Moving from west to east meanwhile, trade included horses, saddles, grapes, a host of animals including domestic dogs and exotic creatures. With them were furs and skins. There was honey, fruits, glassware, woollen blankets, rugs, carpets, textiles, gold and silver, camels, slaves, weapons and armour.
In other words, you name it, it was being transported on the Silk Road.
Experts have even confirmed that the flow of the Silk Road helped to spread the Black Plague. It’s an interesting comparison to make whilst analysing current events. Our hyper-connected world, where thousands of passenger and cargo flights fan out from any one country 24 hours a day has meant that the spread of Coronavirus was inevitable. If international collaboration had seen a much quicker response that shut down the air travel industry within days of the outbreak, we could have slowed the progress of Coronavirus. Perhaps, if they had shut the Silk Road, they too could have slowed the Black Plague?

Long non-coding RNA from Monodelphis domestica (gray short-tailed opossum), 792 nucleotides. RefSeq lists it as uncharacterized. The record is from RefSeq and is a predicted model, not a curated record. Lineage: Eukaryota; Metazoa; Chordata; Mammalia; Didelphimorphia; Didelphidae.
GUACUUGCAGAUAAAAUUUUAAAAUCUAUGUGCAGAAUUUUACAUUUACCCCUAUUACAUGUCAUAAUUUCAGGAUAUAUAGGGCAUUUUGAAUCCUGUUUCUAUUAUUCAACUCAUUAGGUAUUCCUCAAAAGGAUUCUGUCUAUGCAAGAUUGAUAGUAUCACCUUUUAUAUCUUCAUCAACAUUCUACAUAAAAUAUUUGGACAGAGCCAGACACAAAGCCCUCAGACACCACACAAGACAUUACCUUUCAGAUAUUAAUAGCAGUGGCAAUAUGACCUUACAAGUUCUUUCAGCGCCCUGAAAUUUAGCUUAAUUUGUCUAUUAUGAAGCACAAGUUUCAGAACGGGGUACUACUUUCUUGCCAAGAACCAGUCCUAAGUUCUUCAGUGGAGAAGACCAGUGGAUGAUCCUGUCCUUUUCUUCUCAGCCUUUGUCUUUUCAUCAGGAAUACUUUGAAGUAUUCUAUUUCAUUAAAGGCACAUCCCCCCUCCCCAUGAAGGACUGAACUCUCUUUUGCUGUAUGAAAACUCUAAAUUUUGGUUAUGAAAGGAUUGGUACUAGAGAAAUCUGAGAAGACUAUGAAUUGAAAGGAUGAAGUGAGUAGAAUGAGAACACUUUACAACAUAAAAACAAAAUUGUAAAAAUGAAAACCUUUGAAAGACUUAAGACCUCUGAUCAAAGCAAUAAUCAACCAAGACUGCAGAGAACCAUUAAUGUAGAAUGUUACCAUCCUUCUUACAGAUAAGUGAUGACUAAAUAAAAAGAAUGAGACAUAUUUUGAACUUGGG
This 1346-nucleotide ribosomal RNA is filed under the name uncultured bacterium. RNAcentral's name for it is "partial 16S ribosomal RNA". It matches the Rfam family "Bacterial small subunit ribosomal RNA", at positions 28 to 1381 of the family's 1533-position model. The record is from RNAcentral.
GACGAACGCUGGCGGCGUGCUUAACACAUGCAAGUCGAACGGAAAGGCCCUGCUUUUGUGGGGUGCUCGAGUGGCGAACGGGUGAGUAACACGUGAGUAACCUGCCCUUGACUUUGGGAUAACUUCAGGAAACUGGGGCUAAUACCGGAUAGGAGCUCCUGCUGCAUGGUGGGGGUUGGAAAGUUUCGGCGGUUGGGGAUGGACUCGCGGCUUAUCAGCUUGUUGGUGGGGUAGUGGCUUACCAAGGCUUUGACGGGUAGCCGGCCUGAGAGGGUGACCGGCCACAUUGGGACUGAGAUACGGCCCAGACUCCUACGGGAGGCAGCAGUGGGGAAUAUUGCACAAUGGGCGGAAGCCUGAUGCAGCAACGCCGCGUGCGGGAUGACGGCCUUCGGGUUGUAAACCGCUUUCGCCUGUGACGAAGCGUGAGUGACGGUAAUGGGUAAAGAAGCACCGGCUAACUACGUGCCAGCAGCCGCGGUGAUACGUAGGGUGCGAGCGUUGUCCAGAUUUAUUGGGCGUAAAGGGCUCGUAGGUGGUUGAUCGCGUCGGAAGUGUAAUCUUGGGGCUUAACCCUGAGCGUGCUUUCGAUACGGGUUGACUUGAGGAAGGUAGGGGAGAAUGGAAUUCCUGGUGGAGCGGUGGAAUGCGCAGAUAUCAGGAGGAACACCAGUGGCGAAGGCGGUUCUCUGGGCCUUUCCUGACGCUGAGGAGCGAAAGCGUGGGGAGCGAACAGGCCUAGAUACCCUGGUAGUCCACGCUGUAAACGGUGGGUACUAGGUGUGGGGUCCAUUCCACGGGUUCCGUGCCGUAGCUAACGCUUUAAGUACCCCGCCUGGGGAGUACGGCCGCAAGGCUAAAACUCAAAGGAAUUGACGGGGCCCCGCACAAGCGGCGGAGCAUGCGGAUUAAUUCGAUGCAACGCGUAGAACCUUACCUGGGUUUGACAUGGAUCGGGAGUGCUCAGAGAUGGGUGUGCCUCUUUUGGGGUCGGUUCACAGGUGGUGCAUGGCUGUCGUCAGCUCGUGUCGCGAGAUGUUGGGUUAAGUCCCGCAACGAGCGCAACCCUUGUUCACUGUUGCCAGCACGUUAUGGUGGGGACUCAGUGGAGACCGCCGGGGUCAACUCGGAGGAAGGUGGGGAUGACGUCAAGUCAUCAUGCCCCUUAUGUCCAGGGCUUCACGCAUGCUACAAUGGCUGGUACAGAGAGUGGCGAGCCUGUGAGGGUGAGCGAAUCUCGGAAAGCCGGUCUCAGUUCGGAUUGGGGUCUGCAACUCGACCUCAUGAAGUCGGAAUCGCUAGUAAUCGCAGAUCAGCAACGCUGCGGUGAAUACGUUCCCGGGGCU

Interestingly, more important than any goods was the fact that the Silk Road connected different civilizations and cultures in other ways. Alongside trade, there was a transmission of different religions, political thinking and culture. Christianity, Islam and Buddhism all spread, as well as a vast wealth of knowledge. If you think about it, each new ship arriving into port or each new wagon and caravan arriving at a market carried with it not just goods but gossip, knowledge and ideas. These trading ports and posts scattered along the Silk Road were huge melting pots.
This is why the Silk Road is such an infamous part of our collective history.